Metatarsalgia & Forefoot Pain

metatarsal-bones

Metatarsal Bones

Metatarsalgia

Metatarsalgia

Metatarsalgia(Forefoot Pain) is a common overuse running injury. It is a condition in which the ball of the foot becomes painful and inflamed especially the area between your arch and the toes. The pain usually centers on one or more of the five bones (metatarsals) in this area under the toes. The pain comes on over a period of several months rather than suddenly as the delicate balance between bones is disrupted. It often occurs as a result of symptoms of other conditions. Although generally not serious, metatarsalgia can sideline you for a period of time. Track and field runners are exposed to the highest level of traumatic forces to the forefoot,

Causes of Metatarsalgia

● An enlarged metatarsal head.
● Arthritis or any degenerative disease of the joints.
● Systemic conditions such as diabetes, which can cause nerve type pain in the foot.
● Calluses or skin lesions that cause the weight on the foot to be unevenly distributed.
● Ageing which tends to thin out or shift the fatty tissue of the foot pad.
● Tight fitting running shoes that put pressure on the bones of the feet.
● Shoes with small toe boxes that cramp your toes.
● A burning pain in the ball of your foot that doesn't improve after changing your shoes and modifying your activities.
● Discomfort when wearing shoes and socks.
● Foot deformities and shoes that are too tight or too loose.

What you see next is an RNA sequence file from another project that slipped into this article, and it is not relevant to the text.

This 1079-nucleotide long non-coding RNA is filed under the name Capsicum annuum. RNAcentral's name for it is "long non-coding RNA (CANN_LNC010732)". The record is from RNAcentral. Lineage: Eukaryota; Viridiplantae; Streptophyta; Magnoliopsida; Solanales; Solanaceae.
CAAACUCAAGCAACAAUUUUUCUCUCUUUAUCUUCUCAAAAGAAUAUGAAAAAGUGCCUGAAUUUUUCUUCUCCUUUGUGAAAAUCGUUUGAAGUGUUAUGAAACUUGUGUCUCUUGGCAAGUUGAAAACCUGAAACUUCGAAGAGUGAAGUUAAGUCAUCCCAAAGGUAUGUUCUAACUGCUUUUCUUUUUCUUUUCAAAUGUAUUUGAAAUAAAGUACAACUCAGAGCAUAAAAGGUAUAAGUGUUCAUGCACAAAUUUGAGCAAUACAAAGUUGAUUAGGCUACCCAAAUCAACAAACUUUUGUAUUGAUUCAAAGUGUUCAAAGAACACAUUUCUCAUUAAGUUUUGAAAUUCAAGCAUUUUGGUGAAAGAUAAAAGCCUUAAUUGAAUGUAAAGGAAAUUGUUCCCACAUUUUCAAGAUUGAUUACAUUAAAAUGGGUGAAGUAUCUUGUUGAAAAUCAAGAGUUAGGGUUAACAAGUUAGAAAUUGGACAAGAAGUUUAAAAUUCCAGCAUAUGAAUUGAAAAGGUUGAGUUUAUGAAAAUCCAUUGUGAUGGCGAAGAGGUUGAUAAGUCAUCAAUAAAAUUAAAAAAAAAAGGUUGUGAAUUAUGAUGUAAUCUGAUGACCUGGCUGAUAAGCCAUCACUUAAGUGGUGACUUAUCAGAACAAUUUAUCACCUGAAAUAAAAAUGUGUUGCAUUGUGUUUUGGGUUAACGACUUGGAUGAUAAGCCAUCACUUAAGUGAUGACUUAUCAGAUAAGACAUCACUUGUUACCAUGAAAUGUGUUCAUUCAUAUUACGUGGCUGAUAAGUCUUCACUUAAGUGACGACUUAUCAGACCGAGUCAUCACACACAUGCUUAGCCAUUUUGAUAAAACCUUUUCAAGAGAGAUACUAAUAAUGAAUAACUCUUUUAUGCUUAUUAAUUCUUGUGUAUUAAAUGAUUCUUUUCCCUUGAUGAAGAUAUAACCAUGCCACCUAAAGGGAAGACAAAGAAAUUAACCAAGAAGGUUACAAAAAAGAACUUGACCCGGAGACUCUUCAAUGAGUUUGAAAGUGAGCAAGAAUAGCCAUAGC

● Bone abnormalities to systemic diseases such as diabetes.
Alteration of the posture in the long bones (metatarsals) of the foot which absorb weight during running. Weakness, lack of support and abnormally long or stress fractured bones will create dysfunction among all the bones.

Symptons of Metatarsalgia

● Sharp, aching or burning pain at the end of one or more of the metatarsal bones
● A shooting pain, numbness or tingling in your toes.
The pain worsens when you stand, run, flex your feet or walk especially barefoot on a hard surface and improves when you rest.
● Callus (Build up of Skin) that forms on the bottom of your foot as a result of excessive pressure over the bone.
If any of the above symptons are severe seek medical advice.

Treatments for Metatarsalgia

● Wearing proper footwear with shock absorbing insoles or arch supports can prevent or minimize future problems with metatarsalgia.
● Soaking your feet to soften calluses and then removing some of the dead skin with a pumice stone or callus file will also ease pressure.
● Using appropriate properly fitting running shoes with a wide toe box that distributes weight and pressure evenly across the foot.
● Massaging the afflicted area to relieve swelling pressure, increase local circulation and reduce your pain.